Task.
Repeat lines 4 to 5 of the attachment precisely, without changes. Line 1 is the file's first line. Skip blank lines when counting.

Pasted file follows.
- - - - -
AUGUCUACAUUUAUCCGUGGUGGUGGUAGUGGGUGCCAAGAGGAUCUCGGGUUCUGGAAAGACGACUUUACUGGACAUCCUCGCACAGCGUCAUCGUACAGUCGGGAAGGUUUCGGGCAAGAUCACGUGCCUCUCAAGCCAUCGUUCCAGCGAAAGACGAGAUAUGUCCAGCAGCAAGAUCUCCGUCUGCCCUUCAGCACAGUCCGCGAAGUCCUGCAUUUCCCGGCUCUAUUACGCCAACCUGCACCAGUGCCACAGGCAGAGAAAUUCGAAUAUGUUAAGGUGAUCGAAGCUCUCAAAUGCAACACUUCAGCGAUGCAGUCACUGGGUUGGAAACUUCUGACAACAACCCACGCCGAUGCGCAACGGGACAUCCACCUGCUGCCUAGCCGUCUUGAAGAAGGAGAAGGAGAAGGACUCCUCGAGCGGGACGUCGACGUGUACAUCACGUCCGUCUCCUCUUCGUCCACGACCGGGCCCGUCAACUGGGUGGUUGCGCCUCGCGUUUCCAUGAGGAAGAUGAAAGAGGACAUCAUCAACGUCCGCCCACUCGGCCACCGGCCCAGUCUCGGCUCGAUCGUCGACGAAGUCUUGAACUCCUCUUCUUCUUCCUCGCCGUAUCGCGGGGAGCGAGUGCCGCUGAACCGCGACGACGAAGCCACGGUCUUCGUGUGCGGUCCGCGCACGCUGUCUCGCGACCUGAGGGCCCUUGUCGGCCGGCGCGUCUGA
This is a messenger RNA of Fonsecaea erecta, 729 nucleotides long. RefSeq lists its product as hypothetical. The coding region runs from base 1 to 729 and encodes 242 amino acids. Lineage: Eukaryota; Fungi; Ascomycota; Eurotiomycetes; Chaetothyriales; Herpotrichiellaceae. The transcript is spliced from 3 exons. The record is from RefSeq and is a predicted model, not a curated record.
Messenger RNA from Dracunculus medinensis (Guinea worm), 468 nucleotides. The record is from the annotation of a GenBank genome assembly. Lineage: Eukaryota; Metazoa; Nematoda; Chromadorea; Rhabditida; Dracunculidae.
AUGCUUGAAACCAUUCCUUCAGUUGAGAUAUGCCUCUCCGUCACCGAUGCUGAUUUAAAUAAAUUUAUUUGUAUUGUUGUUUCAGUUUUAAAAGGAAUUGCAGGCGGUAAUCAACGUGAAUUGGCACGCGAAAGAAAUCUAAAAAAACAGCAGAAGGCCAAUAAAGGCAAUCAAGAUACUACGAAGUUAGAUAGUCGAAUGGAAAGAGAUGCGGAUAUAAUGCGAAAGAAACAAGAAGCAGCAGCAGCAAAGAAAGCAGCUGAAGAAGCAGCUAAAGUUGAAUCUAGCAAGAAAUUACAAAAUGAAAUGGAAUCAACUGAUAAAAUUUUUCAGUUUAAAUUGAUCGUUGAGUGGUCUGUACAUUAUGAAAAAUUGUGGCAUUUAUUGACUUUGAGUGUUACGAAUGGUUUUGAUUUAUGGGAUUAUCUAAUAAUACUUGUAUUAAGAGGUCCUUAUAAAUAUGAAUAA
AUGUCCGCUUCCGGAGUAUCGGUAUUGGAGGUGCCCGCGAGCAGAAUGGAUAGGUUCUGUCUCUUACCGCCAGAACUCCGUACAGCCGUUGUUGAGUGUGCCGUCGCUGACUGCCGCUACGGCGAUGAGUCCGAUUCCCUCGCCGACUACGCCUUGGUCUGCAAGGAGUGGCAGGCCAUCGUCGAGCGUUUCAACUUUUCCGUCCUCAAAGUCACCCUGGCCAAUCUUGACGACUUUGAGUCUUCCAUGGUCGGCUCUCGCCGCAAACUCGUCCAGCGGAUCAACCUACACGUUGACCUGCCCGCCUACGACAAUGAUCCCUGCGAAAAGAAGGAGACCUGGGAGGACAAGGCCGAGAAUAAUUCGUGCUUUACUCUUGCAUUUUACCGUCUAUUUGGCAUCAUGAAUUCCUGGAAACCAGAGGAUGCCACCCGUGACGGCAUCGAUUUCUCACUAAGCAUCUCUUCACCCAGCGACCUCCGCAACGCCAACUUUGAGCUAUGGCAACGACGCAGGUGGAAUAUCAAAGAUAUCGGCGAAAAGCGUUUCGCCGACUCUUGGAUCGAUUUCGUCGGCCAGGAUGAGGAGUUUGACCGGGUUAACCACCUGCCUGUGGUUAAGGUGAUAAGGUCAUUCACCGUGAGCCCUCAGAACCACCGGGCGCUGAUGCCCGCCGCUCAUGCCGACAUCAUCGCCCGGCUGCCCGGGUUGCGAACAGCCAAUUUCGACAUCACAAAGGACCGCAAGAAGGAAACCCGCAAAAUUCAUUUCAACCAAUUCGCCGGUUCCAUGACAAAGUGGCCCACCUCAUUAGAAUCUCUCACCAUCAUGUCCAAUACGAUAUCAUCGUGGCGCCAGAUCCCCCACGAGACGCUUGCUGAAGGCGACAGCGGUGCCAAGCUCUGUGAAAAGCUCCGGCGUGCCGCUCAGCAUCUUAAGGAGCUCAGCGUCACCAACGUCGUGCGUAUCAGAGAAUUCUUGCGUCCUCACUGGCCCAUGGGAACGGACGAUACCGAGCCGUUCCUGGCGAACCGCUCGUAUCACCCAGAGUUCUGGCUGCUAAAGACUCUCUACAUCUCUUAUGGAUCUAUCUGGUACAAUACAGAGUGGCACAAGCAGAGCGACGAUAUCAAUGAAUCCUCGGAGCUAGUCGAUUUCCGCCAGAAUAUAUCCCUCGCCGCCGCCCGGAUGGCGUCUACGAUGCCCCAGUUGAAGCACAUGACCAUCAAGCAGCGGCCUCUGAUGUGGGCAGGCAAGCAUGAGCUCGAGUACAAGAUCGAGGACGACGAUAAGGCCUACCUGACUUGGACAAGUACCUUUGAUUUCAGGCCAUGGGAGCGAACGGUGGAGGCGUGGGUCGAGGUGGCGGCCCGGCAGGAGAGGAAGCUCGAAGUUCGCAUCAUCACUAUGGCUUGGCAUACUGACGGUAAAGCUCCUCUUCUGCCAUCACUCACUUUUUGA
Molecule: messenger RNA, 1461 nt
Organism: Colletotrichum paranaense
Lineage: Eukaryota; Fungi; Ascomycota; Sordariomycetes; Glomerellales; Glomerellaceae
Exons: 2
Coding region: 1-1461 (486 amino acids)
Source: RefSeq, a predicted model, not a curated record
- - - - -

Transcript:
AUGCUUGAAACCAUUCCUUCAGUUGAGAUAUGCCUCUCCGUCACCGAUGCUGAUUUAAAUAAAUUUAUUUGUAUUGUUGUUUCAGUUUUAAAAGGAAUUGCAGGCGGUAAUCAACGUGAAUUGGCACGCGAAAGAAAUCUAAAAAAACAGCAGAAGGCCAAUAAAGGCAAUCAAGAUACUACGAAGUUAGAUAGUCGAAUGGAAAGAGAUGCGGAUAUAAUGCGAAAGAAACAAGAAGCAGCAGCAGCAAAGAAAGCAGCUGAAGAAGCAGCUAAAGUUGAAUCUAGCAAGAAAUUACAAAAUGAAAUGGAAUCAACUGAUAAAAUUUUUCAGUUUAAAUUGAUCGUUGAGUGGUCUGUACAUUAUGAAAAAUUGUGGCAUUUAUUGACUUUGAGUGUUACGAAUGGUUUUGAUUUAUGGGAUUAUCUAAUAAUACUUGUAUUAAGAGGUCCUUAUAAAUAUGAAUAA
AUGUCCGCUUCCGGAGUAUCGGUAUUGGAGGUGCCCGCGAGCAGAAUGGAUAGGUUCUGUCUCUUACCGCCAGAACUCCGUACAGCCGUUGUUGAGUGUGCCGUCGCUGACUGCCGCUACGGCGAUGAGUCCGAUUCCCUCGCCGACUACGCCUUGGUCUGCAAGGAGUGGCAGGCCAUCGUCGAGCGUUUCAACUUUUCCGUCCUCAAAGUCACCCUGGCCAAUCUUGACGACUUUGAGUCUUCCAUGGUCGGCUCUCGCCGCAAACUCGUCCAGCGGAUCAACCUACACGUUGACCUGCCCGCCUACGACAAUGAUCCCUGCGAAAAGAAGGAGACCUGGGAGGACAAGGCCGAGAAUAAUUCGUGCUUUACUCUUGCAUUUUACCGUCUAUUUGGCAUCAUGAAUUCCUGGAAACCAGAGGAUGCCACCCGUGACGGCAUCGAUUUCUCACUAAGCAUCUCUUCACCCAGCGACCUCCGCAACGCCAACUUUGAGCUAUGGCAACGACGCAGGUGGAAUAUCAAAGAUAUCGGCGAAAAGCGUUUCGCCGACUCUUGGAUCGAUUUCGUCGGCCAGGAUGAGGAGUUUGACCGGGUUAACCACCUGCCUGUGGUUAAGGUGAUAAGGUCAUUCACCGUGAGCCCUCAGAACCACCGGGCGCUGAUGCCCGCCGCUCAUGCCGACAUCAUCGCCCGGCUGCCCGGGUUGCGAACAGCCAAUUUCGACAUCACAAAGGACCGCAAGAAGGAAACCCGCAAAAUUCAUUUCAACCAAUUCGCCGGUUCCAUGACAAAGUGGCCCACCUCAUUAGAAUCUCUCACCAUCAUGUCCAAUACGAUAUCAUCGUGGCGCCAGAUCCCCCACGAGACGCUUGCUGAAGGCGACAGCGGUGCCAAGCUCUGUGAAAAGCUCCGGCGUGCCGCUCAGCAUCUUAAGGAGCUCAGCGUCACCAACGUCGUGCGUAUCAGAGAAUUCUUGCGUCCUCACUGGCCCAUGGGAACGGACGAUACCGAGCCGUUCCUGGCGAACCGCUCGUAUCACCCAGAGUUCUGGCUGCUAAAGACUCUCUACAUCUCUUAUGGAUCUAUCUGGUACAAUACAGAGUGGCACAAGCAGAGCGACGAUAUCAAUGAAUCCUCGGAGCUAGUCGAUUUCCGCCAGAAUAUAUCCCUCGCCGCCGCCCGGAUGGCGUCUACGAUGCCCCAGUUGAAGCACAUGACCAUCAAGCAGCGGCCUCUGAUGUGGGCAGGCAAGCAUGAGCUCGAGUACAAGAUCGAGGACGACGAUAAGGCCUACCUGACUUGGACAAGUACCUUUGAUUUCAGGCCAUGGGAGCGAACGGUGGAGGCGUGGGUCGAGGUGGCGGCCCGGCAGGAGAGGAAGCUCGAAGUUCGCAUCAUCACUAUGGCUUGGCAUACUGACGGUAAAGCUCCUCUUCUGCCAUCACUCACUUUUUGA